Monday, January 21, 2008

Swiffers, the Environment and Economies of Time

One of the components of us working on our 10 year plan, and very small homestead is to also be considerate of the environment.  

This means that we bring coffee and lunches in reusable mugs and containers - every day.  
It means that we buy used when it makes sense and meets our needs.  
It means that we will practice organic gardening, and buy our food and whatever else we can locally whenever possible.
It means that we use cloth napkins, and are slowly switching to using 100% rags instead of paper towels for cleaning.
It means we drive our cars for at least 10 years, and buy fuel-efficient sedans rather than big SUVs.
It means that we use environmentally responsible cleaning products (I'm still trying to wean my husband off Tilex though, this is a long-haul process).
It means that we make an effort to just stay home one day a week to reduce our driving and carbon footprint.
It means a lot more things, too many to list.

But then one day as I was lugging around the mop and bucket for our 2300 SF, hardwood floor filled house (I'll get to why we bought so much space in a later post), during one weekend where I'd spent about 4 of the previous hours cleaning, plus a morning of running errands, cooking/prepping meals for the week, etc, I hit a wall.

I was tired.  Exhausted.  We'd been renovating our old, much in need of love 1933 home, unpacking, clearing space for the garden, working in the yard,  and so on for months on end.  On top of that, we were trying to cook in, pack lunches, etc etc....and I commute 3 hours a day, 5 days a week.  And my husband commutes 1.5-2 hours a day. 

Clearly, it was too much.  

I went out and bought a Swiffer Wet Jet.  It was that or a cleaning lady, and the Swiffer was $23.00 plus refills, versus $200 a month.  To this day, I'm not sure it was the right thing.  I have a love/hate relationship with it.  Environmentally, it's not something I'm proud of.   I'm irked at myself every time I pull it out of the closet.  

Timewise though, I love that little cleaning tool.  I mean I love it.  Adore it.  

It's little, it weighs nothing.  I no longer lug a bucket of water from room to room, except for those few times a year when we use Murphy's Oil Soap to brighten the floors.   
Some of you may rinse out your mops in your showers or sinks to avoid the lugging factor.  All I can say to that is yuck, good for you, but yuck.  Not for me, thanks.

I've compromised with my conscience by periodically refilling the cleaning solution with a more environmentally friendly solution, and going a use or two before throwing out the pads.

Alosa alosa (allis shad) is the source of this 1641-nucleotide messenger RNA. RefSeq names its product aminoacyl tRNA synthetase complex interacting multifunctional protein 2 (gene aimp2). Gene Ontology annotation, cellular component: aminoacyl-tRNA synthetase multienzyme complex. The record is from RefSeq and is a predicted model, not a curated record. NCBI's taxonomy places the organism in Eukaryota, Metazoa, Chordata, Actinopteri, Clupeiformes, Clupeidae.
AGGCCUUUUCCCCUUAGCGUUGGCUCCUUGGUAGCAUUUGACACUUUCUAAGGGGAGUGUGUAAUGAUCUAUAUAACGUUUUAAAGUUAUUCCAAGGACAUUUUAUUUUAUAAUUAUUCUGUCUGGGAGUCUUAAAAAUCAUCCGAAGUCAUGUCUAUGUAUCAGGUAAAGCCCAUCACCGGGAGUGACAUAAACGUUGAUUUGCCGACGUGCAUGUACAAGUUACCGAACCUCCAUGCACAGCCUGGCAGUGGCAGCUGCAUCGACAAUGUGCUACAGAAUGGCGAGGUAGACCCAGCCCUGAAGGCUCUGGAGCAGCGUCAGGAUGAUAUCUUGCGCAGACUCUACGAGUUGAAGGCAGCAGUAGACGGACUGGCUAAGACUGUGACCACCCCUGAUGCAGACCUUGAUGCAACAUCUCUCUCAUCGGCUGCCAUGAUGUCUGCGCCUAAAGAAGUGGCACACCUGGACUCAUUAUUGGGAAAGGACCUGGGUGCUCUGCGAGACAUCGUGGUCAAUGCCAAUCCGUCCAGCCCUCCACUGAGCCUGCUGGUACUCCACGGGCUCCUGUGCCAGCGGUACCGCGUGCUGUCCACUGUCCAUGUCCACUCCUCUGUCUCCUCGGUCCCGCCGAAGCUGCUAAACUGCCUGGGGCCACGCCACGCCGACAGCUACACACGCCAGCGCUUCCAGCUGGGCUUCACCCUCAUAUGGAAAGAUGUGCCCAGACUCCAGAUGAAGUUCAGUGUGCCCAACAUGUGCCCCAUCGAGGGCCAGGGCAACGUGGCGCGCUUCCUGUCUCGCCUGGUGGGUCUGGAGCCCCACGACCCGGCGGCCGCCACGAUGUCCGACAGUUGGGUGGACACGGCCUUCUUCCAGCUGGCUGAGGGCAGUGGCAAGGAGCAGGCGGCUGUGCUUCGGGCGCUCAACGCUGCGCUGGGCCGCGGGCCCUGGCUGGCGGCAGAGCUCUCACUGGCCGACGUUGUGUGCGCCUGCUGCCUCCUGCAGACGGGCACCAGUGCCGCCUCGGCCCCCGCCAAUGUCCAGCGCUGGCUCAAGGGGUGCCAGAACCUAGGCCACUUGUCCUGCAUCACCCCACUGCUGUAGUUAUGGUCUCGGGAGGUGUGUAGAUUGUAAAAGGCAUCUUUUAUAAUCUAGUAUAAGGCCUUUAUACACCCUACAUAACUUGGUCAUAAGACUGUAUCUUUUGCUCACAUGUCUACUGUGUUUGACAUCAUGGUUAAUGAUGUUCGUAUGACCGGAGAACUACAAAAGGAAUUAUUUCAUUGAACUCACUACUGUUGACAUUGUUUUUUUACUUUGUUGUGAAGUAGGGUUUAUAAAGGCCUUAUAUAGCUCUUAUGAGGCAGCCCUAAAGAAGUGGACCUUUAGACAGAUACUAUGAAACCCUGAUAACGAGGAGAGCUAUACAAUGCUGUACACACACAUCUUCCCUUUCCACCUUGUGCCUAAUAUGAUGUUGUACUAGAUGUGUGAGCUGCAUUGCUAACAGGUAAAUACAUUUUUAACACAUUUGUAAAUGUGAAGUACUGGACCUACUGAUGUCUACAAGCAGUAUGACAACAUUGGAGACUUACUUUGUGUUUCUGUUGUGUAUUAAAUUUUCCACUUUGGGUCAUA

I struggle often with convenience vs. the environment.   Not a week goes by where I don't encounter a personal ethical dilemma about it.  But I am trying to balance creative thinking about how to avoid environmental impact with respect for the little time we do have. Sometimes the answer is an imperfect one, like with my Swiffer.  Other times I come across the perfect solution.  

Now excuse me, I need to go mop the floors.  






4 comments:

Anna said...

Why not replace the pads with some washable microfibre replacements? They carry them at the Dollar Store here, and then you get all the convenience of no bucket / new cleaning surface and none of the guilt/expense.

Mandy said...

I was just going to suggest what anna suggested. Omop (sells at Target, made by the Method folks) is a good system for me - very similar to the Swiffer WetJet. Our house is a lot smaller, but it's all hardwood and I LOVE using this (works well on tile, too). Then you just take off the microfiber cleaning pad, chuck it in the washing machine, hang it up to dry - and it's good as new! The wood floor cleaner smells really nice, too.

Just something to check out or see if you can use with the Swiffer. (Found your blog from MM, by the way...)

alg576

Marissa said...

I have a love/hate relationship with those Clorex wipes. I LOVE THEM, but I know they are awful for the environment. To compromise, I got the Method wipes. They suck, and its still a waste. *sigh*

I don't have a swiffer, though. I think I need to stay far, far away from that. I get on my hands and knees to wash the floor- with a rag. I feel like Cinderella when I do it. But its the only way I feel the floor is clean..


this is rissainthesky, by the way.

Heather said...

so you and your husband are on the road about 25 hours a week and you are worried about disposing of one piece of cloth/paper attached to your swiffer once or so a week?

that completely embodies the problem with the suburban environmental movement :-P not trying to be mean, but just to give you some perspective.